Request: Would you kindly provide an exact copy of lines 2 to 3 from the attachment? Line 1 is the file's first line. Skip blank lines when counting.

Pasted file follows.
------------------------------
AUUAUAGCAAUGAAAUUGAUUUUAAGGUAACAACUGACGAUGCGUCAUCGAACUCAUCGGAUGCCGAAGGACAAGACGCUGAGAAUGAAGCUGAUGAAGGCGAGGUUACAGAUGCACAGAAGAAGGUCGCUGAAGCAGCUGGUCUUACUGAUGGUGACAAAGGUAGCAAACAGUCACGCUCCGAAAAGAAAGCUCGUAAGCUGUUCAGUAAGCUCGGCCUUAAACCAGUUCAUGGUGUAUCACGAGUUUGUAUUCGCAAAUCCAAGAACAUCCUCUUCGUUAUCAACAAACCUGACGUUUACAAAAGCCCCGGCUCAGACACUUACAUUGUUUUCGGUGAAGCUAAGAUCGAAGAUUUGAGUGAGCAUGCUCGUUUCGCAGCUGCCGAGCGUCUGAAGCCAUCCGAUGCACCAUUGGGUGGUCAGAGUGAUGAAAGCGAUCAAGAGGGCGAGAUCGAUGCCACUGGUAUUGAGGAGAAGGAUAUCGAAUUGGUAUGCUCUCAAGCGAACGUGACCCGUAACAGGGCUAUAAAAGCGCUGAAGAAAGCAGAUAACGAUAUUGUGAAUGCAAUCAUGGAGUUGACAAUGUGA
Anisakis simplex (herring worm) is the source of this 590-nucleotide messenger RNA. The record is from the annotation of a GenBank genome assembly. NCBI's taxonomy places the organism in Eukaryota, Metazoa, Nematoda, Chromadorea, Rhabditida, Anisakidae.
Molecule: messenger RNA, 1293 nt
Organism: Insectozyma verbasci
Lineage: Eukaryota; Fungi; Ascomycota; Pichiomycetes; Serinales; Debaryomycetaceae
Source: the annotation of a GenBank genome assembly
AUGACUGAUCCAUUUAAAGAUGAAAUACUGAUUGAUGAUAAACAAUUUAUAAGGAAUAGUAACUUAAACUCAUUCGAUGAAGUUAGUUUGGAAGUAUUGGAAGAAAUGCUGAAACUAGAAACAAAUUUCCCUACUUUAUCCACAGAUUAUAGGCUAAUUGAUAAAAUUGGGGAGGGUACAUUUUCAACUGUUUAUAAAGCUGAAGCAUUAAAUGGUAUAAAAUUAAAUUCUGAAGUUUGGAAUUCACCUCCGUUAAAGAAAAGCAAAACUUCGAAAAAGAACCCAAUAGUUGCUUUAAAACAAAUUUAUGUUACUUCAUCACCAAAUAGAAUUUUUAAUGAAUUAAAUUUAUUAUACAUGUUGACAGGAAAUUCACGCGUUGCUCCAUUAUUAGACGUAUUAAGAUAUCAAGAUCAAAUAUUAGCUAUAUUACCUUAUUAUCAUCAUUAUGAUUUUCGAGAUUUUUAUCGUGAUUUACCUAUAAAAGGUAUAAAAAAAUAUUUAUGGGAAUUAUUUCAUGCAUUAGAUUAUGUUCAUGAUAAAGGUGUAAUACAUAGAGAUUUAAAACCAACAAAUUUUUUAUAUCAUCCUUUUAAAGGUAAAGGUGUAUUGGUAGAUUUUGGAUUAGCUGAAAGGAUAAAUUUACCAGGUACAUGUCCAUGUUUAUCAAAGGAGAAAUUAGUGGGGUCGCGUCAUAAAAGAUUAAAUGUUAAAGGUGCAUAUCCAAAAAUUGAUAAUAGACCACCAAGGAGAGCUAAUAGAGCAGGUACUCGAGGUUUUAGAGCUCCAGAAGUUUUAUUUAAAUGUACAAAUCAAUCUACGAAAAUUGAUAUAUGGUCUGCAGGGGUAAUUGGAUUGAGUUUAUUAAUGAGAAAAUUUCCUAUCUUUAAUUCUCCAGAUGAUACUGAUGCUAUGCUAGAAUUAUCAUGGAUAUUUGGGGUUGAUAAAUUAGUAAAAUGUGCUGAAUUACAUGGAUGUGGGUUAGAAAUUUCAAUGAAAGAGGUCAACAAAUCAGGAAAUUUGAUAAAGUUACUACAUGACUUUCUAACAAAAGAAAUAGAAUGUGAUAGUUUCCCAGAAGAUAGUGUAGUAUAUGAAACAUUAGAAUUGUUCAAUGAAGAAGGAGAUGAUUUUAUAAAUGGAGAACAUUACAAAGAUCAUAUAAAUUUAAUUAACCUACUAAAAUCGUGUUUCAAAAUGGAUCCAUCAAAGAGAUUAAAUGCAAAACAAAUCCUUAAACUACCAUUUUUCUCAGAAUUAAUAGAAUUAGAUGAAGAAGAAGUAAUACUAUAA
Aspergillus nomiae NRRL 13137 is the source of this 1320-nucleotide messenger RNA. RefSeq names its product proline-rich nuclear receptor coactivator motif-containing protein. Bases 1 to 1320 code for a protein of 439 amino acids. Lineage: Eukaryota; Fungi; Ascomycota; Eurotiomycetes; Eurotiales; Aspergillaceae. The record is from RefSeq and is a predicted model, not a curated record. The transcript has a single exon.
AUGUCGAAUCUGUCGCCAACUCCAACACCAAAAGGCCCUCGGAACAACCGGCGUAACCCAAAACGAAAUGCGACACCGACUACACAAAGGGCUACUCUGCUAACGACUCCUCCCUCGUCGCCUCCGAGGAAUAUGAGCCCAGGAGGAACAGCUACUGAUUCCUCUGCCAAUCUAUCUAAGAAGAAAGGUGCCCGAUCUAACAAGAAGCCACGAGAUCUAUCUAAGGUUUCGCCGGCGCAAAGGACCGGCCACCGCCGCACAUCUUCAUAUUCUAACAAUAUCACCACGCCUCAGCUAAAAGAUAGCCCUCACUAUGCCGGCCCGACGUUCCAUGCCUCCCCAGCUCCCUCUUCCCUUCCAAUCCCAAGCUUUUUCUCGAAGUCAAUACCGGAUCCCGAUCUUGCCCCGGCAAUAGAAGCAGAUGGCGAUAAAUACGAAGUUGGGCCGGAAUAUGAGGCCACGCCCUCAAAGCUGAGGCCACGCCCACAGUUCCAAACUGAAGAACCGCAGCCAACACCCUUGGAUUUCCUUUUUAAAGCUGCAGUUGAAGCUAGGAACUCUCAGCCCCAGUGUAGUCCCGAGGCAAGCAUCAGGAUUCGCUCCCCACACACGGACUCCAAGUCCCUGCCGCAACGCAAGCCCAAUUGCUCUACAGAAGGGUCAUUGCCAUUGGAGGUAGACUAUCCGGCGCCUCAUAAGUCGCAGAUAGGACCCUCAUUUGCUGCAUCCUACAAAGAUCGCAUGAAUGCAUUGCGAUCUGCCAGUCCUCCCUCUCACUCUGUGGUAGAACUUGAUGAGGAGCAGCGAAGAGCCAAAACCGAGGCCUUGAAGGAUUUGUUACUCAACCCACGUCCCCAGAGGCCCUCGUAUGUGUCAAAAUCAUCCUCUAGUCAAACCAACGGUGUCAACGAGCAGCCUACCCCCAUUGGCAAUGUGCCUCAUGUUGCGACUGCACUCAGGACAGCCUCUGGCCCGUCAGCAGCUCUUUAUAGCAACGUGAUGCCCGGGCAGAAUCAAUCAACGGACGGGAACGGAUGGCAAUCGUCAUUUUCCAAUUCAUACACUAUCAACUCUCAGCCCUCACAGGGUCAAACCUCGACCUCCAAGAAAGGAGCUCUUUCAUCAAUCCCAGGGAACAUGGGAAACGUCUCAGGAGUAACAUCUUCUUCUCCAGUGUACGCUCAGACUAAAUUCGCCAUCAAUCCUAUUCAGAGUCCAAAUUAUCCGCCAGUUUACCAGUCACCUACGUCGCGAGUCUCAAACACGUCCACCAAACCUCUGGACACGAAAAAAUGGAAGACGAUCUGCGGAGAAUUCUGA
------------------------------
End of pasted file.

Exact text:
Anisakis simplex (herring worm) is the source of this 590-nucleotide messenger RNA. The record is from the annotation of a GenBank genome assembly. NCBI's taxonomy places the organism in Eukaryota, Metazoa, Nematoda, Chromadorea, Rhabditida, Anisakidae.
Molecule: messenger RNA, 1293 nt